Forgetting the words at the altar –
It’s amazing how our brains betray us in the most important moments of our life. It’s the person standing in front of you that matters most. Take a deep breath and ask your officiant to repeat what you’re supposed to say. Marriage isn’t about perfection. We need to give ourselves grace in the imperfect moments and often those become your favorite memories!
You’ve been dreaming about the perfect peonies, but the florist delivers the wrong flowers…
There so many details involved with wedding planning that it’s important to be as clear as possible because someone may interpret your plan differently from how you had envisioned it. Check in regularly…emphasis on regularly… to confirm that everything has been lined up. If something goes terribly wrong, enlist the help of someone in your wedding party to try to help you sort it all out.
Oh no! The photographer has a flat tire!
Don’t panic! Send an Uber or a cab to get your photographer, then breathe. There are steps that can be taken in the interim. Thank goodness for cell phones! Find the photographer in the group – it could be a friend, a member of the wedding party or even a member of the catering staff and ask him to capture some moments until your photographer arrives. (As we learned in this piece about what to look for when hiring a wedding photographer, most photographers do have backup plans as well as a second photographer accompanying them on a big job, or most likely can call a photographer pal of theirs to step in.)
Your schedule is off and everything is falling behind –
Well let’s be honest, bridezilla is much more than a mythological creature. She walks among us! As a bride you set the tone and the energy at your event. If you want people to feel relaxed and enjoy themselves you have to be relaxed and enjoy yourself.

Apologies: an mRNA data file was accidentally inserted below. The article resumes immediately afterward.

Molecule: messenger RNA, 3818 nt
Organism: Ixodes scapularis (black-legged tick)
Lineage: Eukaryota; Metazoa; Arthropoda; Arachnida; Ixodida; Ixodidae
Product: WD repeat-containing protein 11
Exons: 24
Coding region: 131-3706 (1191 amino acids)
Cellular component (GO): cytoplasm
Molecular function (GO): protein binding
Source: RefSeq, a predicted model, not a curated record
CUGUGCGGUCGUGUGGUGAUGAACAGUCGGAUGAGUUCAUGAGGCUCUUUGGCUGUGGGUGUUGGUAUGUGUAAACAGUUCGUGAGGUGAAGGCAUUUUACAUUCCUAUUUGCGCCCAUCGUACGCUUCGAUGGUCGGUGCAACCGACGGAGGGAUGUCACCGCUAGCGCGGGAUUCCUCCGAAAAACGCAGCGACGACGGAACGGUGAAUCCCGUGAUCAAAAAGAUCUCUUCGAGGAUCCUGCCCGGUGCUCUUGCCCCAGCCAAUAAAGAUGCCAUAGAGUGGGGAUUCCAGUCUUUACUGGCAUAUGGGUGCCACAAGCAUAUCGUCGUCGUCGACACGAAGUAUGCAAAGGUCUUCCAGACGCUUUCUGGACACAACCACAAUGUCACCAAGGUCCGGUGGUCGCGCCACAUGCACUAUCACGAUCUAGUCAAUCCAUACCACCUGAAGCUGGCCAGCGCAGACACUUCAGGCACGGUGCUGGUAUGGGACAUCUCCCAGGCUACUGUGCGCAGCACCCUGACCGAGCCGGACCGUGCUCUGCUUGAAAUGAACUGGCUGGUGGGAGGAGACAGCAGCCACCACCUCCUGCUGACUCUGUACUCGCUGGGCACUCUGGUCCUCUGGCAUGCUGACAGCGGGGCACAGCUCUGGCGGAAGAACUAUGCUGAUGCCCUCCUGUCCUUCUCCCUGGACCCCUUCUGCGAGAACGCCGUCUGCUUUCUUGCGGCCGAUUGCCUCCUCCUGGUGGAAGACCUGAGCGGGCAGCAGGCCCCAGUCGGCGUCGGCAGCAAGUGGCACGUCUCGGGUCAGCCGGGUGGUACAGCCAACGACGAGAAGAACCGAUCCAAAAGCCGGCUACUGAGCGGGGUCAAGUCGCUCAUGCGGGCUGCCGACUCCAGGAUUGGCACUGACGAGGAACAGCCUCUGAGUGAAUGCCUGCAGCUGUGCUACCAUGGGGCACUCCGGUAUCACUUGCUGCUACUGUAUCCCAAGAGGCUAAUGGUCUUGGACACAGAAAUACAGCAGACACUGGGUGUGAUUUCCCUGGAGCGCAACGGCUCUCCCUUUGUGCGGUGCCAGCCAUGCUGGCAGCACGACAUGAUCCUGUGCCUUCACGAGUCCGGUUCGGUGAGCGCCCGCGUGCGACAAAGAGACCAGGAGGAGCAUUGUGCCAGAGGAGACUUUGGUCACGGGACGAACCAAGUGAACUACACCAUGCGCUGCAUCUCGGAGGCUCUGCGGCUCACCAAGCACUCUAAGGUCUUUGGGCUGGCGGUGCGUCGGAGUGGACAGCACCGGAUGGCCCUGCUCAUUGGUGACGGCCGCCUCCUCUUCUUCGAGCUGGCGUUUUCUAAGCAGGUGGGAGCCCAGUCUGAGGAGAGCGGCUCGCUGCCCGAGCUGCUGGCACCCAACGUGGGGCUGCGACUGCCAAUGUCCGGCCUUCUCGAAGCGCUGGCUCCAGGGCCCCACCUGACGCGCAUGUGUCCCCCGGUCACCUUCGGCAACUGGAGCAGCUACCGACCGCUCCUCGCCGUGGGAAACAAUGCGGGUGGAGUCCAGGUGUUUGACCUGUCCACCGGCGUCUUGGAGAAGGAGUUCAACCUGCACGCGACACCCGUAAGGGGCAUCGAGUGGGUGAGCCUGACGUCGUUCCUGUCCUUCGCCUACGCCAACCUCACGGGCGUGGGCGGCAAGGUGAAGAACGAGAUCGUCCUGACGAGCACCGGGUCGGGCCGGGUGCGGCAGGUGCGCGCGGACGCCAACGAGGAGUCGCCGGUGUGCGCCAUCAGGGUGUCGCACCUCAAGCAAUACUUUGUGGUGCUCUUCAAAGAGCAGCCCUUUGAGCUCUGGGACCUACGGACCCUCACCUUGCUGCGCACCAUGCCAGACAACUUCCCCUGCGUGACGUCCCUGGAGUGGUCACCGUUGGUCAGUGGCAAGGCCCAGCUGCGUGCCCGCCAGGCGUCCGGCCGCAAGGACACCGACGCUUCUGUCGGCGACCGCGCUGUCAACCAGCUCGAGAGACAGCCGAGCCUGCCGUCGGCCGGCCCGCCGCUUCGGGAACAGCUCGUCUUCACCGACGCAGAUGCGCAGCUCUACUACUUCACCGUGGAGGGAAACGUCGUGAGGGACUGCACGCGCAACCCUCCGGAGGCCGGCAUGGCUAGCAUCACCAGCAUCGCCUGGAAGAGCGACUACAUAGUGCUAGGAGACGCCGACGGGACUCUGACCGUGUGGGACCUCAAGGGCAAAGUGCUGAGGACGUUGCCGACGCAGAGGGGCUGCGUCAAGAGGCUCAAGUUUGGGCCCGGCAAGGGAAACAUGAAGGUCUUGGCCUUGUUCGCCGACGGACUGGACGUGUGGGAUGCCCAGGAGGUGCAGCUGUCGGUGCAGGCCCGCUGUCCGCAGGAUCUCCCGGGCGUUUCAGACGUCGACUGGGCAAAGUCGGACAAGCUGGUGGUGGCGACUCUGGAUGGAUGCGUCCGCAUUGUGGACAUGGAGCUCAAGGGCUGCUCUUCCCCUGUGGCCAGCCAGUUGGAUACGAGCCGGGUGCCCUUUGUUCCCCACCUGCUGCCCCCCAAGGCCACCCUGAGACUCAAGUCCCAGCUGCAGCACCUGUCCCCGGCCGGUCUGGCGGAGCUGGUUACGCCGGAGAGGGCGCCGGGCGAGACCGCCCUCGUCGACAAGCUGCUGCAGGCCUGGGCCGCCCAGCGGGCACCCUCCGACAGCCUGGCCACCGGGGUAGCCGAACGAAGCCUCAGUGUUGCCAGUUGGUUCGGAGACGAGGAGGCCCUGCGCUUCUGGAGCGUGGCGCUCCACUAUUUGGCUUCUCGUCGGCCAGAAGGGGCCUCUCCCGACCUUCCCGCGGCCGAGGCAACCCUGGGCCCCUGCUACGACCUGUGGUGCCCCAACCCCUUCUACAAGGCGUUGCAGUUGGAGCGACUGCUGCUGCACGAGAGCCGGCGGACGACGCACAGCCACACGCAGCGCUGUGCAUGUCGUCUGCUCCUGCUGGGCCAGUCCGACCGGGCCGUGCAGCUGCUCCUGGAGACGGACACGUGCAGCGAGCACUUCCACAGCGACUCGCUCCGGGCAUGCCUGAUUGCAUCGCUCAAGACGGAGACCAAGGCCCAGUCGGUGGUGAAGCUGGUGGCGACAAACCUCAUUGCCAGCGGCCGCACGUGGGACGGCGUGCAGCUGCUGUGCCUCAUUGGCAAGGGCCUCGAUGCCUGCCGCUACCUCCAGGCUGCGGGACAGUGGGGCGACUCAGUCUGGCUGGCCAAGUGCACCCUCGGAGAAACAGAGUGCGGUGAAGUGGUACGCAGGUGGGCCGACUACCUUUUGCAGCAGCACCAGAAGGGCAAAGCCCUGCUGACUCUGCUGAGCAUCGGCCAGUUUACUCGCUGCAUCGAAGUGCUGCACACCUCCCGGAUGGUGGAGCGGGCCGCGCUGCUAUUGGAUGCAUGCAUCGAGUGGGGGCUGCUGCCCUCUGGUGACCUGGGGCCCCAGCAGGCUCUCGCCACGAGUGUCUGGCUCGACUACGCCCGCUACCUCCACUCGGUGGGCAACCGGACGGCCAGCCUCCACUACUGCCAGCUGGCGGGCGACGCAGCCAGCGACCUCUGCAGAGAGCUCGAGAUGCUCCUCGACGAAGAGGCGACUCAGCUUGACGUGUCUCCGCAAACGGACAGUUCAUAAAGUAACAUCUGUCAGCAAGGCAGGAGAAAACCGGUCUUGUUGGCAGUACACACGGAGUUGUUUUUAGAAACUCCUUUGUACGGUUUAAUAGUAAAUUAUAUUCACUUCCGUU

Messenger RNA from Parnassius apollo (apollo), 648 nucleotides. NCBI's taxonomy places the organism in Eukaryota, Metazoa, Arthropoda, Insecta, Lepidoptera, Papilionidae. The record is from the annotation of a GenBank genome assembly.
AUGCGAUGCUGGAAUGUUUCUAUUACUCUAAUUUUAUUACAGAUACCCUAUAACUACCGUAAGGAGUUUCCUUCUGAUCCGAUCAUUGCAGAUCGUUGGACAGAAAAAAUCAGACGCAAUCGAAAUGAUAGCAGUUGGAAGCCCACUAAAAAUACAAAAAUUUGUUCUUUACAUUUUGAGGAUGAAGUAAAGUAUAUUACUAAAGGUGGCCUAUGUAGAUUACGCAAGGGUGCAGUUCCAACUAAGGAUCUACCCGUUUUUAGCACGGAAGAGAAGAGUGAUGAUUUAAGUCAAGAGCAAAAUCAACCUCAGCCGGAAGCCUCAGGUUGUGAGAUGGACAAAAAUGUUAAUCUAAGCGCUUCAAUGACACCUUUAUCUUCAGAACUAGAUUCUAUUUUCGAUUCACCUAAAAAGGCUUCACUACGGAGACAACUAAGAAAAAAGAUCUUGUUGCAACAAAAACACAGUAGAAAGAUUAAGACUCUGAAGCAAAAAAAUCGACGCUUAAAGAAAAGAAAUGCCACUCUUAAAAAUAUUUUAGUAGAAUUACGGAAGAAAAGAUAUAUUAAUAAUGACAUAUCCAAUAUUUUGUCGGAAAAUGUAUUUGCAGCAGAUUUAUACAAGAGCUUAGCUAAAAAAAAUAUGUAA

You run out of alcohol –
This is a glass half empty or half full situation. You have two options. Someone can make a quick run to the store, or you can simply smile and enjoy the rest of the evening. Don’t worry about what is or what’s not in your guest’s glass.
Suddenly the dress doesn’t quite fit…
Breathe, hopefully without popping a seam. If you can make a quick call to your seamstress do so. If not, many wedding coordinators have faced the same situation before. That’s why they all have an emergency kit available, to include seam tape, safety pins and white ribbon that can serve to “expand” the back of the dress.
We’d like to thank Mindy Lockard for her sage advice and pass along two valuable resources Molly Lo Photography and Greenlion Floral Design. The Redwood Library and Athenaeum is now available for weddings, rehearsal dinners and private events. To inquire about having an event at the Redwood Library, visit their website or reach out to Francesca Campo… email@example.com.
All images taken by, Molly Lo Photography.